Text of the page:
Marcel Duchamp and Max Ernst both read Max Stirner The Ego and His Own when they were young. When asked later in life what philosopher was of special significance to his work Duchamp cited Stirner’s The Ego and His Own. In 1899 a French translation of Stirner’s book was published and this is probably the translation read by the young Duchamp.

Duchamp was born in 1887, a time of anarchist bombing in Paris, something that would have had an impact on a young boy in provincial France. Woodcock describes the period of 1884-1914 as a fertile and productive period in anarchist development with the establishment of communes, schools and publications. There was also the violent anarcho-criminal tradition in France with the Marius Jacob gang operating between 1900-05, who robbed the unproductive, and the far more violent Bonnot gang in 1913. The Bonnot gang were non-smoking, tea totalling, vegetarians who read Max Stirner and loved of fast cars, women and guns.

Max Stirner (1806 -1856) was one of the young Hegelians, who developed an anarcho-nihilist philosophy in his book The Ego and His Own (1845). Stirner was one of the “The Free”, a circle of radical Berlin intellectuals. Stirner’s philosophy explains not only why the terms, anarchy and nihilism are often linked with Dada but rarely explored. Marx and Engles in the German Ideology attack Stirner’s philosophy because it places the “I” before the “we”. For the Marxists the material situation that determines meaning, for Stirner it is the individual that determines meaning, and for this belief Marx and Engles compare Stirner to the great beast of the apocalypse (quoting REV 17 in a religious frenzy to exorcise his philosophy).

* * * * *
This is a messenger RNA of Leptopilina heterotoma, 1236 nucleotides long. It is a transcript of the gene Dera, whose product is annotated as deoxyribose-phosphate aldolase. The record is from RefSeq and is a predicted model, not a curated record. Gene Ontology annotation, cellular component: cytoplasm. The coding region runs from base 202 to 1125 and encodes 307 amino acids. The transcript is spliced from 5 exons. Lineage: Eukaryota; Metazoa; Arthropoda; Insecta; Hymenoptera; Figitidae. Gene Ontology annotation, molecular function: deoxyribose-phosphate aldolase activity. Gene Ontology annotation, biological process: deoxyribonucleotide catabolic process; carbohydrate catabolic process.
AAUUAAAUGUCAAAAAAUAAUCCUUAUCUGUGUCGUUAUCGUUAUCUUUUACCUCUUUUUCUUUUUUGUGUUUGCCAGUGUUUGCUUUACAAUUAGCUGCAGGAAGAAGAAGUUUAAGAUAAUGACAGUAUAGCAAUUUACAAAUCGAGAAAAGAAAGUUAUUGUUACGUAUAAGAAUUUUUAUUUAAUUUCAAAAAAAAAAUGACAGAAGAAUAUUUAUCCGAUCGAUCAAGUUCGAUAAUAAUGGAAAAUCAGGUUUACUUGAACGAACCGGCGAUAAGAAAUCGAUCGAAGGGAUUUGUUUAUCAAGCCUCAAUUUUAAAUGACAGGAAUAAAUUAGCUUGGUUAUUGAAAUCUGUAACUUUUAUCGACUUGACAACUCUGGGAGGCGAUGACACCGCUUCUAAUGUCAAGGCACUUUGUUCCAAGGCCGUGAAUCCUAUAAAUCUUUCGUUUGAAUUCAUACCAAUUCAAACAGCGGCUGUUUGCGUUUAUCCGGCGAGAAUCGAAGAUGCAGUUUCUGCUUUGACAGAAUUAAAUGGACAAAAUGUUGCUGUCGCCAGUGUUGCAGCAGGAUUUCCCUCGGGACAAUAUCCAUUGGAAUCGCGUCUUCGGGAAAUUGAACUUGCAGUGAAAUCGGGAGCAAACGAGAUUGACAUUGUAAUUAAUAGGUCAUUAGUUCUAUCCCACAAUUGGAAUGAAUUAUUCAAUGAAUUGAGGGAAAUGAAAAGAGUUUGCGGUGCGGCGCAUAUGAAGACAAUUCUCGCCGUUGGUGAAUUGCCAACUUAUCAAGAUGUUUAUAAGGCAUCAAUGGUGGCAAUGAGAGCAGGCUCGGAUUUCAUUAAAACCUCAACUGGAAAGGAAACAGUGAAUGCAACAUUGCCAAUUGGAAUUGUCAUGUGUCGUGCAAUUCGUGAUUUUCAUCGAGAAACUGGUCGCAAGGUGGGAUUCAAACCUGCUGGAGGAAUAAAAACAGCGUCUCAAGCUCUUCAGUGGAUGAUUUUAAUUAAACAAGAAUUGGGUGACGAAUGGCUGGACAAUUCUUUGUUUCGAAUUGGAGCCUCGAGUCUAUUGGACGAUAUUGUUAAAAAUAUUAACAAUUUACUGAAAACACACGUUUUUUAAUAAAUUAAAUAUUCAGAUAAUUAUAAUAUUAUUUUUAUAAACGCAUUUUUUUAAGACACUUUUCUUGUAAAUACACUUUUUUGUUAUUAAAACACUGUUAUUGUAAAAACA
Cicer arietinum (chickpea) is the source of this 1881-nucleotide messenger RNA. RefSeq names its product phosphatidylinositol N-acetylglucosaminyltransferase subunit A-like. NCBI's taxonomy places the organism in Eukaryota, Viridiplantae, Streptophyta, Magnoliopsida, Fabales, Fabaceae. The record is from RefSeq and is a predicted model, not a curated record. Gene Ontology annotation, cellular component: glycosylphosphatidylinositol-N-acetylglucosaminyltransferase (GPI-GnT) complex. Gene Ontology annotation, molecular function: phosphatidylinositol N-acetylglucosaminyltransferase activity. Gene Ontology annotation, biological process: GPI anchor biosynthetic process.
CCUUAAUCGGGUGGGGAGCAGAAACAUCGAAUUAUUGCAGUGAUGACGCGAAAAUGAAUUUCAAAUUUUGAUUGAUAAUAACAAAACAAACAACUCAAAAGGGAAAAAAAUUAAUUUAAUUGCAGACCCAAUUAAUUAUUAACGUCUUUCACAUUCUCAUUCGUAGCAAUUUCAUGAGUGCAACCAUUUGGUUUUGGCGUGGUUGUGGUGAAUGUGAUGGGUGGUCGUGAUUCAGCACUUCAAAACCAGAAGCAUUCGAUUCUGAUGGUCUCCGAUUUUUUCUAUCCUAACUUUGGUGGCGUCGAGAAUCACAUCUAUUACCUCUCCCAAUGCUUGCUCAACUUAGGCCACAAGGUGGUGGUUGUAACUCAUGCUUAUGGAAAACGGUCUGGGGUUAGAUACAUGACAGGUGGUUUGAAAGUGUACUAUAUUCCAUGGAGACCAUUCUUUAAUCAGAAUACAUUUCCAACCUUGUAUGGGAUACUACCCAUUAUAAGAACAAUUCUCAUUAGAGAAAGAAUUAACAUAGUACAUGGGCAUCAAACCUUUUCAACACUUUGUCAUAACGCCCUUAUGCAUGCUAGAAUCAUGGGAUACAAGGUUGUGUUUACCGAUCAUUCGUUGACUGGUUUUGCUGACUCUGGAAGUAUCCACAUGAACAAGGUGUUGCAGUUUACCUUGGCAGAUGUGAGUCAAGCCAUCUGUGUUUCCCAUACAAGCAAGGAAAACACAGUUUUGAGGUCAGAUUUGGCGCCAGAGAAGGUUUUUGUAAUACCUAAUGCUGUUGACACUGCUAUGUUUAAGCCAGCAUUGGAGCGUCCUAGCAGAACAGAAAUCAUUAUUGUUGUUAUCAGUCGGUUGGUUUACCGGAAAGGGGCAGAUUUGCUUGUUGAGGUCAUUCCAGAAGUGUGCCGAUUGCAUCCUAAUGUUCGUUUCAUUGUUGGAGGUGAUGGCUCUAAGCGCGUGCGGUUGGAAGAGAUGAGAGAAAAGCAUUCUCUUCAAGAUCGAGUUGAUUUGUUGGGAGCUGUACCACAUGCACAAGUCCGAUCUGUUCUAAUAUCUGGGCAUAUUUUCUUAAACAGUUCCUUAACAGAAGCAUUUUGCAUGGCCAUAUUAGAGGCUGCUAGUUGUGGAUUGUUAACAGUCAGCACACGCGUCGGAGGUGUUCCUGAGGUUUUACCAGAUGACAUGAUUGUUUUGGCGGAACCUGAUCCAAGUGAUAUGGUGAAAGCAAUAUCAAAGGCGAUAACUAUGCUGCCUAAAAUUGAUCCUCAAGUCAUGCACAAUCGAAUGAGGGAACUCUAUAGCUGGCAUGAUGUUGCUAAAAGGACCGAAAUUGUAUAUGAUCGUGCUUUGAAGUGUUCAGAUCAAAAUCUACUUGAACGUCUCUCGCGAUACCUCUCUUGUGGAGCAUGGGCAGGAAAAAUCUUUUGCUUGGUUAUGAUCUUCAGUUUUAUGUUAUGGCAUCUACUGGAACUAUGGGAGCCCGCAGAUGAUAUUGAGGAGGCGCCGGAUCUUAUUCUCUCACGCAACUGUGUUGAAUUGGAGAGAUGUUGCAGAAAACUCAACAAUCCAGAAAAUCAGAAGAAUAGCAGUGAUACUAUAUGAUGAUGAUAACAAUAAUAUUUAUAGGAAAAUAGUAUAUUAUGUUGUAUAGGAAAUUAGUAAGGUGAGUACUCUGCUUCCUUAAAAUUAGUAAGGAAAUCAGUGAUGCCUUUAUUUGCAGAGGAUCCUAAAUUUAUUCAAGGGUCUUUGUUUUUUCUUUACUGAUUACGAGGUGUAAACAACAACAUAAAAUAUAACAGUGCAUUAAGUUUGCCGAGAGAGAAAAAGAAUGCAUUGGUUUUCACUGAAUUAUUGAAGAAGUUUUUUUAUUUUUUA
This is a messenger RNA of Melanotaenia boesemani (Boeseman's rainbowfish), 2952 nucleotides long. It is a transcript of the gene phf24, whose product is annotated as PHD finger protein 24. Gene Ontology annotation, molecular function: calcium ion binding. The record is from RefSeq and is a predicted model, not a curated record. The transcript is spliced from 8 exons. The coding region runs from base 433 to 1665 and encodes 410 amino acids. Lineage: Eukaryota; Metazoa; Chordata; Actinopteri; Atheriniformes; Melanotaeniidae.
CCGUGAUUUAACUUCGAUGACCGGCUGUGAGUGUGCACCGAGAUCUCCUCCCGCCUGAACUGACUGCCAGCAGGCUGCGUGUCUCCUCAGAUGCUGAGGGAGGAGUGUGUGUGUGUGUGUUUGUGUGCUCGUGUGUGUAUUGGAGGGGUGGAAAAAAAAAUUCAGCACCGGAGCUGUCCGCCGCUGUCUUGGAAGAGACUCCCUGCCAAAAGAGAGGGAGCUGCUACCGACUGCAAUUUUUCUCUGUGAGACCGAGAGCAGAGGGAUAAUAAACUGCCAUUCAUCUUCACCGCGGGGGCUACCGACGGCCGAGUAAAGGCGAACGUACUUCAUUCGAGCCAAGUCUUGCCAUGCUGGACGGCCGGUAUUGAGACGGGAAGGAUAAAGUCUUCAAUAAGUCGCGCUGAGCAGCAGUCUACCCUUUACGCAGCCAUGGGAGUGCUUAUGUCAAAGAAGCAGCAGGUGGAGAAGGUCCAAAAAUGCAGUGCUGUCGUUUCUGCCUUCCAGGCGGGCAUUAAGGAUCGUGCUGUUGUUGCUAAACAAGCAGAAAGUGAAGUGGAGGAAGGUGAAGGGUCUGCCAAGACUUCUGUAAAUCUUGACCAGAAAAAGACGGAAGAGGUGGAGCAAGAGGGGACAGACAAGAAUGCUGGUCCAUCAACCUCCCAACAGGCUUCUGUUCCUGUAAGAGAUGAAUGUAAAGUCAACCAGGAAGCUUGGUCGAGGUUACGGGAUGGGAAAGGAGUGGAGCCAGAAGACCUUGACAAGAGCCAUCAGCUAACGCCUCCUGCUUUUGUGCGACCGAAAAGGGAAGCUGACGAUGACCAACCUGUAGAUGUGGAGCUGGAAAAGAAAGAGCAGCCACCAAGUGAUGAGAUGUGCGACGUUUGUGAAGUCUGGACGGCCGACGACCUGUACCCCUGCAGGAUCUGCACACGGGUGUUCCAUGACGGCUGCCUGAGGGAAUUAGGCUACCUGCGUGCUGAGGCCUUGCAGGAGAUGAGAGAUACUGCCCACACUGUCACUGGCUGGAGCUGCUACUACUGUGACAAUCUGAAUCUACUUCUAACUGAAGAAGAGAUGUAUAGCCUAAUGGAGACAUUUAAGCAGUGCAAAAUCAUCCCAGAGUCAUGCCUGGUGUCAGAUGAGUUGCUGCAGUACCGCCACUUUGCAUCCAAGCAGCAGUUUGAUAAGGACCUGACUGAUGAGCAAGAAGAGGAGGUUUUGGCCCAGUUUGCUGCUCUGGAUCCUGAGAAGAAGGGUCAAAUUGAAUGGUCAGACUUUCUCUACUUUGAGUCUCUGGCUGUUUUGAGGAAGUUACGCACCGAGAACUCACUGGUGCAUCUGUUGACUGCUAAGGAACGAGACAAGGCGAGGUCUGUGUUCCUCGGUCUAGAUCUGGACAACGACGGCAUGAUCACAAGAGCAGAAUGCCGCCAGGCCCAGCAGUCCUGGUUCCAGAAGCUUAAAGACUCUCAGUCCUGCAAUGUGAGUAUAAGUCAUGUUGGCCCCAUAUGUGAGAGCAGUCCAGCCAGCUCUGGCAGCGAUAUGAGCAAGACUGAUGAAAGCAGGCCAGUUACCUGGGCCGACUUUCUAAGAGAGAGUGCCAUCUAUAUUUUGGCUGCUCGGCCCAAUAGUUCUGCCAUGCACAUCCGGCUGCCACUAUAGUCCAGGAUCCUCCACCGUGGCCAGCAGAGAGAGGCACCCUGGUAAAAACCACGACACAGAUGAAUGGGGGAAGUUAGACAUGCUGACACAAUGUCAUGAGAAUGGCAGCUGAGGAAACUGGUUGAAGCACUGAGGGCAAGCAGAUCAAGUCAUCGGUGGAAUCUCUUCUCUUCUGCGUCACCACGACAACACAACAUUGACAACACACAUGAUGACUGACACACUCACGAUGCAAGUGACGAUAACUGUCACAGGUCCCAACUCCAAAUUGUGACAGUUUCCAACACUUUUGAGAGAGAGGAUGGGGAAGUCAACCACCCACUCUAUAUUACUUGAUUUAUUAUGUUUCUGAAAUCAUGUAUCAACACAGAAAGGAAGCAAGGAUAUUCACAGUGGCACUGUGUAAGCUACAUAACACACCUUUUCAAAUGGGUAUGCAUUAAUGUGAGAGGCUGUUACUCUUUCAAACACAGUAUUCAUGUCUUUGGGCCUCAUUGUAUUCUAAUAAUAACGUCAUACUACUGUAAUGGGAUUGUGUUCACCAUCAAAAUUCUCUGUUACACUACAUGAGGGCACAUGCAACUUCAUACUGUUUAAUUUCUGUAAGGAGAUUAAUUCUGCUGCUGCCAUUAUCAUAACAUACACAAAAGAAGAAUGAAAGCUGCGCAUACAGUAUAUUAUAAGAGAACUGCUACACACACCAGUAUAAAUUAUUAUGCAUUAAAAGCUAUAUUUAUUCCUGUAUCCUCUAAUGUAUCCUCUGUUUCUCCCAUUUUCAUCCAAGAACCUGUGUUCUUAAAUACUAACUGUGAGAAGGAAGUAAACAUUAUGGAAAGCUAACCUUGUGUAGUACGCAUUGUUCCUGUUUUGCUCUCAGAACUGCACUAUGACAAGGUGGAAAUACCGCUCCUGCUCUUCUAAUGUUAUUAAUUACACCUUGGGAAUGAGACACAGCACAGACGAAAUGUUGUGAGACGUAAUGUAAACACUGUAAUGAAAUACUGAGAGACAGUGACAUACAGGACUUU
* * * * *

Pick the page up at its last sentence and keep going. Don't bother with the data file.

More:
Stirner’s philosophy explains the psychological basis for the Duchamp art: the questioning, attacking, proposing, joking, suggesting, tongue in cheek Duchamp’s art. There are many points of comparison both Duchamp and Stirner were restless individuals; their total rebellion against all ideals, ironically interpreting history by references (Stirner to Biblical texts and poems by Goethe and Schiller, just as Duchamp’s art is full of allusions to Da Vinci, Courbet and others). Another aspect is their use of pseudonyms, due to their own sense of alienated identity (Stirner aka Johann Casper Schmit. Max Stirner could translated as Max the Highbrow or Ironbrow or Max Headroom).

Max Ernst and Hugo Ball had studied philosophy at university and so it is likely that both had read Nietzsche. Francis Picabia (1879 -1953) claimed that he had met Nietzsche (1844 – 1900) but it is unlikely to be true and if it was it can’t have been a very meaningful connection given Picabia’s age and Nietzsche’s advanced syphilitic condition.

Richard Huelsenbeck expresses Dadaist existential nihilism. “The dadaists were interested in two main facts: shock and movement. They felt that man was in the hands of irrational creative forces. He was hopelessly wedged in between an involuntary birth and an involuntary death.” (Huelsenbeck, Memoirs of a Dadaist Drummer, New York, 1974, p.160)

The most surprising and practical connection between the Dadaists and anarchist is that Man Ray studied art at the Ferrrer School in New York City. The Ferrrer School was established run by the anarchists, Alexander Berkman and Emma Goldberg after Berkman’s release from prison for the attempted assassination of industrialist H.C. Frick. The school was named after the Spanish anarchist, Francisco Ferrer. Berkman taught and lectured at the Ferrer School but didn’t actually teach Man Ray. Man Ray didn’t care about the politics he was attending because of its quality and cost (free).

Not all the Dadaists were anarchists for their whole lives; Tristan Tzara became a Communist.